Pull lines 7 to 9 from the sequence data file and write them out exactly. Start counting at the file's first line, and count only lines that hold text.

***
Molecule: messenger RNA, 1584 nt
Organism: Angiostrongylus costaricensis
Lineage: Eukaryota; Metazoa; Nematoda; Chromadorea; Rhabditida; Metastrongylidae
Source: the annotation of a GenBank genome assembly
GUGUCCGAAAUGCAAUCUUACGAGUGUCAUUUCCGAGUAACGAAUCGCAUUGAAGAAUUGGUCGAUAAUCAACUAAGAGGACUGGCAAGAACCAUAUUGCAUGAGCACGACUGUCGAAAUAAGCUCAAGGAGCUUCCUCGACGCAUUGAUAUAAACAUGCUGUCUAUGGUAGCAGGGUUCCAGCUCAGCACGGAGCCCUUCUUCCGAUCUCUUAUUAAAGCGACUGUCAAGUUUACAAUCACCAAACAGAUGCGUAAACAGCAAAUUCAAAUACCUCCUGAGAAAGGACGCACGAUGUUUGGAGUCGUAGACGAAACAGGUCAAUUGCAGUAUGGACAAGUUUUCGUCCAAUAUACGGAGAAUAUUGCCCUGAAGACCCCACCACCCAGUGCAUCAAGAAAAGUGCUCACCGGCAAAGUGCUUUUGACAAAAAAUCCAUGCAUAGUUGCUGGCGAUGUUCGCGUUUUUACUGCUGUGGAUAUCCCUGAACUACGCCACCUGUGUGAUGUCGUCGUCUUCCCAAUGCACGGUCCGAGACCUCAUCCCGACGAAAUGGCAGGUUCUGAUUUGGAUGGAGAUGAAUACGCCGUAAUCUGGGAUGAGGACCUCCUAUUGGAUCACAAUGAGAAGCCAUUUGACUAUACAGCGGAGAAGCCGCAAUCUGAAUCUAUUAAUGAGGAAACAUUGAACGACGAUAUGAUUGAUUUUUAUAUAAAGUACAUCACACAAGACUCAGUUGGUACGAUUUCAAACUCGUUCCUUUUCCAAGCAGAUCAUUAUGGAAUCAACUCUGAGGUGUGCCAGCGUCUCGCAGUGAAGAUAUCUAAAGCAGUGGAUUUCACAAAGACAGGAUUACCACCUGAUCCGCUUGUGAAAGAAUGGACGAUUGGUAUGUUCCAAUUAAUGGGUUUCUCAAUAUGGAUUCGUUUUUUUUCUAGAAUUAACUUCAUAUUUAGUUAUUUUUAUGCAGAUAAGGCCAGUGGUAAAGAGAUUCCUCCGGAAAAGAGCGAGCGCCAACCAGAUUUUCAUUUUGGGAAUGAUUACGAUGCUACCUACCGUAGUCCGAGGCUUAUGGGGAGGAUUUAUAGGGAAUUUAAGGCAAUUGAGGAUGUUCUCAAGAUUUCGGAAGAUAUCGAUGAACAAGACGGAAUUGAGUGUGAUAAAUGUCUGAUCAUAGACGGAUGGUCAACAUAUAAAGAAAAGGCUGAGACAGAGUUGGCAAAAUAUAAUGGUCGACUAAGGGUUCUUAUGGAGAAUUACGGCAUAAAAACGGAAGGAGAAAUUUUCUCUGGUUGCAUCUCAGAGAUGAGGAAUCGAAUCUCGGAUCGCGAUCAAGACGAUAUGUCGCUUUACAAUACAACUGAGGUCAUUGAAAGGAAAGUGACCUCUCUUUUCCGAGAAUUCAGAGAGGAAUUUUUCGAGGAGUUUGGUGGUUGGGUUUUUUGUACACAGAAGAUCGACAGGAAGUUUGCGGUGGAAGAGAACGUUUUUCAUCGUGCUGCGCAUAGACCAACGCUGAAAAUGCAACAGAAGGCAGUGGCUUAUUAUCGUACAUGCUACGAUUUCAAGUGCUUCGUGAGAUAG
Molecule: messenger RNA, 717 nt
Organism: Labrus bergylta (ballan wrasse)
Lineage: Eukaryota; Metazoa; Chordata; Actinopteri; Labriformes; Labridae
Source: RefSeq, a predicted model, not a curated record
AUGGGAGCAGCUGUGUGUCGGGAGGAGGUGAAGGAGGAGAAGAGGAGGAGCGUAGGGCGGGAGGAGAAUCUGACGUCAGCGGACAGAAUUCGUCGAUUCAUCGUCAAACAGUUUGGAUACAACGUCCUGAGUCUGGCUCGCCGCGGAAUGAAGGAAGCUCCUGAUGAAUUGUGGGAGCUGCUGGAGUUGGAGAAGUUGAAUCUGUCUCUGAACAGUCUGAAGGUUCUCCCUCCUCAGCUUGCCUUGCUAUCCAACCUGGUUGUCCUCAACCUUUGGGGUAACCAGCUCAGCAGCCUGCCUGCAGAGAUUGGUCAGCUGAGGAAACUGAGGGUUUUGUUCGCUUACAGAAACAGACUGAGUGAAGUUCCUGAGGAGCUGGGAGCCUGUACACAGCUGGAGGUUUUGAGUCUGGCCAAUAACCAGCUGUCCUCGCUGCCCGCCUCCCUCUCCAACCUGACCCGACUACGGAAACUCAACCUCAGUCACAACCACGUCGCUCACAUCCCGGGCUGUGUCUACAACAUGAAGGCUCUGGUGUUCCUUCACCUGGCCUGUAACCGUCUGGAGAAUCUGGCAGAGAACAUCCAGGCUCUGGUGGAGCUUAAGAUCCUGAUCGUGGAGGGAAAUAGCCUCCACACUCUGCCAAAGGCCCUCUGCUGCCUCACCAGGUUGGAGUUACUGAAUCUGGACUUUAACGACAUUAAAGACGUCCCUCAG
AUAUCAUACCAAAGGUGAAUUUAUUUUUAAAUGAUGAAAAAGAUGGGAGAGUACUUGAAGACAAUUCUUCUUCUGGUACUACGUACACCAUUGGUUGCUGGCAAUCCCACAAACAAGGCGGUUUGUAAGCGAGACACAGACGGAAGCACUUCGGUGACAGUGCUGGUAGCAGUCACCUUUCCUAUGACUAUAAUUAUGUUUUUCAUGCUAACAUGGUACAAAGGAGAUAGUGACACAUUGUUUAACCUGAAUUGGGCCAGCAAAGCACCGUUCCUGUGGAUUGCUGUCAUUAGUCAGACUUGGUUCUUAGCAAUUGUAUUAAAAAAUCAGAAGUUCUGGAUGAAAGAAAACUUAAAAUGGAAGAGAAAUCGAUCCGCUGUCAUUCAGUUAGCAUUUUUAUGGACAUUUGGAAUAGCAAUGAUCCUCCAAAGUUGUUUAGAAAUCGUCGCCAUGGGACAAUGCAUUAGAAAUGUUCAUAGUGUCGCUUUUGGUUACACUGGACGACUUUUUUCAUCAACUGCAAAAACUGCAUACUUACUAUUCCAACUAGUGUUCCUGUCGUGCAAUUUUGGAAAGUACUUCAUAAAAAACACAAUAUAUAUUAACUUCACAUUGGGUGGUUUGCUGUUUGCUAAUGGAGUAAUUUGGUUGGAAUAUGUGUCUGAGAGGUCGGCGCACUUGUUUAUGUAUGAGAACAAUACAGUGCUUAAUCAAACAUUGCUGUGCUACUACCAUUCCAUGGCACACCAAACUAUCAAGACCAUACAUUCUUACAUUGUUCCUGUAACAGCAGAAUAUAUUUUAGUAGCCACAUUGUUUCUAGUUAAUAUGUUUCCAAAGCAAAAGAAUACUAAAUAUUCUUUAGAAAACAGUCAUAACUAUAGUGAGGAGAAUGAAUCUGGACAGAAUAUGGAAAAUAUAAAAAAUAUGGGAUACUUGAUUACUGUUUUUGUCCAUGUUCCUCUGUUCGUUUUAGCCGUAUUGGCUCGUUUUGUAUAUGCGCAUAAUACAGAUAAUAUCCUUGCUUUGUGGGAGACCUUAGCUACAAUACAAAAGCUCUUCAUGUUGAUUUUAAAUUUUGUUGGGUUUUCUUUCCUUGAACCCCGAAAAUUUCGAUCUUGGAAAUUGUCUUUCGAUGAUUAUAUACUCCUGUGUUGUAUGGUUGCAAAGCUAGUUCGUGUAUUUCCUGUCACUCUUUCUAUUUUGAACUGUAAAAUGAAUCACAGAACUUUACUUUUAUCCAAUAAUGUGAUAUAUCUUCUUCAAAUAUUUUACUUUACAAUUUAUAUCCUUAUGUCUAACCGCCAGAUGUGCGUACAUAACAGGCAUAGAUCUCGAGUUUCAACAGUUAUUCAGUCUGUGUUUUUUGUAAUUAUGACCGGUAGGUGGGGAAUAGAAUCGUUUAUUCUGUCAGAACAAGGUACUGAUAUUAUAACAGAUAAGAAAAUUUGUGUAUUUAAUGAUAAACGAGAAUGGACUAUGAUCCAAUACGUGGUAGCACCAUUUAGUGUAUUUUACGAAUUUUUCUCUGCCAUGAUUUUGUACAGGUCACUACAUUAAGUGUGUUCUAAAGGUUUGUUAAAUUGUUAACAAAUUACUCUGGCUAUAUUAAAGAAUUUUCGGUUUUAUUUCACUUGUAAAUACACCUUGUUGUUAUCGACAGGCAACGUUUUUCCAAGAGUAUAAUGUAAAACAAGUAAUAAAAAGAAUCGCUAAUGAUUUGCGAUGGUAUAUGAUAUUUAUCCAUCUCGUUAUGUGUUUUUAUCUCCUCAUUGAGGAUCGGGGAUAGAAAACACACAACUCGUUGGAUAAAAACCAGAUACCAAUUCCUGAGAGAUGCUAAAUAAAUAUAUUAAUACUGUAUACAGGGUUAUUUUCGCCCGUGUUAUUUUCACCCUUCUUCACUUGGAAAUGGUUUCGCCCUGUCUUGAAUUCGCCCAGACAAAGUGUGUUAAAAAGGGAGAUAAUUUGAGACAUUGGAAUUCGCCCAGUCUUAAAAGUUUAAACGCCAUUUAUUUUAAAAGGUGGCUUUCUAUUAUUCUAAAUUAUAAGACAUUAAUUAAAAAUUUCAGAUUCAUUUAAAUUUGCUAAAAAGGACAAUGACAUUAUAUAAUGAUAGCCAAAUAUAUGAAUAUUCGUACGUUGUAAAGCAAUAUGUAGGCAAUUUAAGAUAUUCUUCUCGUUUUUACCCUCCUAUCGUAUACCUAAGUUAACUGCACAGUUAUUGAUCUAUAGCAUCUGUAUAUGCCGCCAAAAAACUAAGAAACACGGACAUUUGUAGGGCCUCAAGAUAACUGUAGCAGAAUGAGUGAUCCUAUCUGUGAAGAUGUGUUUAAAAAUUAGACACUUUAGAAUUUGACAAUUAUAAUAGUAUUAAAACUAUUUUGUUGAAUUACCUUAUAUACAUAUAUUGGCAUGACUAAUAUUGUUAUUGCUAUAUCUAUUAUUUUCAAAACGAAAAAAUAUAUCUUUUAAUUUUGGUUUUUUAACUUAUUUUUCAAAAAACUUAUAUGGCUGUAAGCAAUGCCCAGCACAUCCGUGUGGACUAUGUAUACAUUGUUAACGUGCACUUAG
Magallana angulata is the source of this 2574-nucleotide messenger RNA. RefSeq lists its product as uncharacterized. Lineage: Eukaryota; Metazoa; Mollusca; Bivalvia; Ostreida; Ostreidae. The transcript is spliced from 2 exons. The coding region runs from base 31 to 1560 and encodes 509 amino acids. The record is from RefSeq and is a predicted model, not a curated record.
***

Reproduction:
Organism: Labrus bergylta (ballan wrasse)
Lineage: Eukaryota; Metazoa; Chordata; Actinopteri; Labriformes; Labridae
Source: RefSeq, a predicted model, not a curated record